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Gotha WD.12/WD.13/WD.15

Страна: Германия

Год: 1917

Gotha - WD.11 - 1917 - Германия<– –>Gotha - WD.14/WD.20 - 1917 - Германия


O.Thetford, P.Gray German Aircraft of the First World War (Putnam)


Gotha WD 12
  Only a single specimen (No. 944) of this unarmed patrol seaplane was supplied to the German Navy, although other aircraft of this type were built for Turkey. Turkish machines were railed to Herkulesbad in Hungary, erected and flown across Rumania to Lom-Polanka in Bulgaria, where they were again transported to Constantinople. Engine, 160 h.p. Mercedes DIII. Span, 150 m. (49 ft. 2 5/8 in.). Length, 10.0 m. (32 ft. 9 3/4 in.). Height 3.825 m. (12 ft. 6 1/2 in.). Area, 54 sq.m. (583 sq.ft.). Weights: Empty 1,000 kg. (2,200 lb.). Loaded, 1,550 kg. (3,410 lb.). Speed, 141 km.hr (88.125 m.p.h.). Climb, 1,000 m. (3,280 ft.) in 7.5 min. Duration, 5 1/2 hr. Armament, none.

Gotha WD 13
  This patrol seaplane was a development of the WD 9. None were used by Germany, those that were built were supplied to the Turkish Government during 1917. Engine, 150 h.p. Benz Bz III. Span, 14.6 m. (47 ft. 10 7/8 in.). Length, 10.068 m. (33 ft. 0 1/2 in.). Height, 3.74 m. (12 ft. 3 1/4 in.). Area, 49 sq.m. (529 sq.ft.). Weights: Empty, 1,061 kg. (2,334 lb.). Loaded, 1.463 kg. (3,219 lb.). Speed, 131.5 km.hr. (82.25 m.p.h.). Climb, 1,000 m. (3,280 ft.) in 9 min. Duration, 3 hr. Armament, one manually operated Parabellum machine-gun in rear cockpit.


Gotha WD 15
  Built towards the end of 1917, the WD 15 was little more than an enlarged WD 12 with ply-skinned fuselage and fin. It was the most powerful and also the last single-engined machine to be supplied by Gotha to the German Navy. Only two were built, Nos. 842 and 843. Engine, 260 h.p. Mercedes D IVa. Span, 17.2 m. (56 ft. 5 1/4 in.). Length, 11.2 m. (36 ft. 9 in.). Area, 64.5 sq.m. (697 sq.ft.). Weights: Empty, 1,545 kg. (3,399 lb.). Loaded, 2,300 kg. (5,060 lb.). Speed, 152 km.hr. (95 m.p.h.). Ceiling, 4,200 m. (13,780 ft.). Armament, none.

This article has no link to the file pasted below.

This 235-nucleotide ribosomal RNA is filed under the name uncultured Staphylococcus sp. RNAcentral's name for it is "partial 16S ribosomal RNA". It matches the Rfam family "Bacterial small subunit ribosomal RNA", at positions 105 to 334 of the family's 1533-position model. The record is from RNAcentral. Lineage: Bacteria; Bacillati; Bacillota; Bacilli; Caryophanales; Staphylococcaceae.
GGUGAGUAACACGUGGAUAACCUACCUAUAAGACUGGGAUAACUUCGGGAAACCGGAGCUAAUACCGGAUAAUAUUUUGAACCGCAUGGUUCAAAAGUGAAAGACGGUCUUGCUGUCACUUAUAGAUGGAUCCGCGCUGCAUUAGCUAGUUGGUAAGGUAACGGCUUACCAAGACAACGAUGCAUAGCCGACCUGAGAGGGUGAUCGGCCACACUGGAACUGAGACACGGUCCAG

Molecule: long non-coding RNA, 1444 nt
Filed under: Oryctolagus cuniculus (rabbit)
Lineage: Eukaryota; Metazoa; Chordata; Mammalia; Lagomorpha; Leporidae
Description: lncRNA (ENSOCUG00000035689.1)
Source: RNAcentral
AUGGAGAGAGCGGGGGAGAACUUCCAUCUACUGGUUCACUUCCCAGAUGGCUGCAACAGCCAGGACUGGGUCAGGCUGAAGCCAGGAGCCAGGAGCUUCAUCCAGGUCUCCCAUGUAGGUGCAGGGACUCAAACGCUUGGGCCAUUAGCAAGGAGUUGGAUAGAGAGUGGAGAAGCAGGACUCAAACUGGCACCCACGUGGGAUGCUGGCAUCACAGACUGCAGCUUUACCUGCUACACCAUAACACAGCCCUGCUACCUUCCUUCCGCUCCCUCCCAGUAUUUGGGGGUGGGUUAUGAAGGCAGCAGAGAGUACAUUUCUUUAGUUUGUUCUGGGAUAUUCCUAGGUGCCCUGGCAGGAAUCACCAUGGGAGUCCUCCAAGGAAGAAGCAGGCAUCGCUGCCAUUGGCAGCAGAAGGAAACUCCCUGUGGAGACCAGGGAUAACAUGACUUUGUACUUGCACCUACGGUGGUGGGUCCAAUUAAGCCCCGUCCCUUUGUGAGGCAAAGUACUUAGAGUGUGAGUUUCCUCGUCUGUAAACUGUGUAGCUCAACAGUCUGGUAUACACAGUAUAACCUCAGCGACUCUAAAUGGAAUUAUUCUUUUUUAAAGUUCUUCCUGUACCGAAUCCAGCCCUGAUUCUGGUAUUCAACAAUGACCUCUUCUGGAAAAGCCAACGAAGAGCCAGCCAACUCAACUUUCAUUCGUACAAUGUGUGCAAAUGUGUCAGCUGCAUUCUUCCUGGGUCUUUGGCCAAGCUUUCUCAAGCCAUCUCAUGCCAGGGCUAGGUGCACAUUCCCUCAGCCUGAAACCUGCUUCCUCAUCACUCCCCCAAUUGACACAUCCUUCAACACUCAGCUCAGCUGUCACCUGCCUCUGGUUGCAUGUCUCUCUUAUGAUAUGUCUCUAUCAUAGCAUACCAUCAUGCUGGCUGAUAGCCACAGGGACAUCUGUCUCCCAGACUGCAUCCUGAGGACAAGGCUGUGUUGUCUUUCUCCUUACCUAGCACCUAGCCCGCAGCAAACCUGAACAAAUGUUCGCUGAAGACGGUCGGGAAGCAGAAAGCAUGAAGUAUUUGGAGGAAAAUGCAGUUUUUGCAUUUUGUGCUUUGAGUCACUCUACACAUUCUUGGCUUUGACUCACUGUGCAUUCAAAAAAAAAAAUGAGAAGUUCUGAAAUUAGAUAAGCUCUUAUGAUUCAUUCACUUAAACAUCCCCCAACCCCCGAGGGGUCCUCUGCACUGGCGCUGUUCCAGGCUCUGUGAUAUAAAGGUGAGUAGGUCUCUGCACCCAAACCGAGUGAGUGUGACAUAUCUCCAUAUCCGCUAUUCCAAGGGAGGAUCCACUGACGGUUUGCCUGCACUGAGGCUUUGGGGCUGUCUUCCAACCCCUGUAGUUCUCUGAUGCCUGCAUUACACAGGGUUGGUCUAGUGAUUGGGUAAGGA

J. Herris Gotha Aircraft of WWI (A Centennial Perspective on Great War Airplanes 6)


Gotha WD12

  The Gotha WD12 was designed by Rosner for maximum speed. Powered by a 160 hp Mercedes D.III engine, the WD12 was proposed by Gotha on 14 April 1916, and the prototype, Marine Number 944, was delivered to the SVK on 24 February 1917. Designated WD12a after modifications made in May to gain acceptance, the seaplane was fitted with an electrical bomb release for bombing trials. The WD12 was recommended for production because of its good seakeeping qualities. The WD12a was assigned to the flight school at Holtenau in February 1918.
  On 28 August 1917 nine WD12s were ordered by Turkey in the Gotha work number batch 2150-2166, even numbers. Six had the 160 hp Mercedes D.III engine like the prototype,- the other three had the 150 hp Benz Bz.III. The observer in the rear cockpit of these aircraft had a flexible Parabellum LMG 14 machine gun. These aircraft have been identified in some German Navy documents as WD9s, but the original Gotha factory photos are labeled WD12.

Gotha WD12 Specifications
Engine: 160 hp Mercedes D.III 150 hp Benz Bz.III
Wing: Span Upper 15.00 m
Span Lower 14.00 m
Area 54 m2
General: Length 10.00 m
Height 3.82 m
Empty Weight 1000 kg
Loaded Weight 1560 kg
Maximum Speed: 140 km/h
Climb: 1000m 7.5 min
3000m 41 min
Service Ceiling: 4200 m
Range: 775 km


Gotha WD13

  The Gotha WD13 was designed by Rosner and Hartwig. Powered by a 150 hp Benz Bz.III engine, the WD13 was not used by the German Navy,- all six aircraft produced were to fill a Turkish order. These aircraft, Gotha works numbers 2186-2196, even numbers, were delivered between 21 December 1917 and 4 February 1918. The aircraft were accepted at the SVK and then shipped to Turkey. The observer in the rear cockpit of these aircraft had a flexible Parabellum LMG 14 machine gun.

Gotha WD13 Specifications
Engine: 150 hp Benz Bz.III
Wing: Span Upper 14.60 m
Area 49 m2
General: Length 10.07 m
Height 3.74 m
Empty Weight 1060 kg
Loaded Weight 1460 kg
Maximum Speed: 131.5 km/h
Climb: 1000m 9 min
Duration: 3 hours


Gotha WD15

  Designed by Rosner and Klaube, two Gotha WD15s were ordered on 14 July 1916 as heavy, multi-purpose seaplanes powered by a 260 hp Mercedes D.IVa engine. Although it had an excellent speed and rate of climb, the WD15 had engine problems despite being powered by a well-proven production engine.